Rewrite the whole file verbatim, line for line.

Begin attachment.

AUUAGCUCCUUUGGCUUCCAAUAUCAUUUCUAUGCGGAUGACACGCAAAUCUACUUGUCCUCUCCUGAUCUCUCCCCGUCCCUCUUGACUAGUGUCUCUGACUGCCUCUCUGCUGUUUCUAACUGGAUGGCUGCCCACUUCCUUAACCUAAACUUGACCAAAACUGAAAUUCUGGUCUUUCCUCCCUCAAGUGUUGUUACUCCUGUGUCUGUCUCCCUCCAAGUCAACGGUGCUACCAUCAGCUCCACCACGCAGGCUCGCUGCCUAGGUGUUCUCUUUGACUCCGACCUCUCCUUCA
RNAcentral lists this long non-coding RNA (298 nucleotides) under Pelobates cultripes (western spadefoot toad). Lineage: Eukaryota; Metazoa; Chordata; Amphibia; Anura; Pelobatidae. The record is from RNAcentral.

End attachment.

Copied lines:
AUUAGCUCCUUUGGCUUCCAAUAUCAUUUCUAUGCGGAUGACACGCAAAUCUACUUGUCCUCUCCUGAUCUCUCCCCGUCCCUCUUGACUAGUGUCUCUGACUGCCUCUCUGCUGUUUCUAACUGGAUGGCUGCCCACUUCCUUAACCUAAACUUGACCAAAACUGAAAUUCUGGUCUUUCCUCCCUCAAGUGUUGUUACUCCUGUGUCUGUCUCCCUCCAAGUCAACGGUGCUACCAUCAGCUCCACCACGCAGGCUCGCUGCCUAGGUGUUCUCUUUGACUCCGACCUCUCCUUCA
RNAcentral lists this long non-coding RNA (298 nucleotides) under Pelobates cultripes (western spadefoot toad). Lineage: Eukaryota; Metazoa; Chordata; Amphibia; Anura; Pelobatidae. The record is from RNAcentral.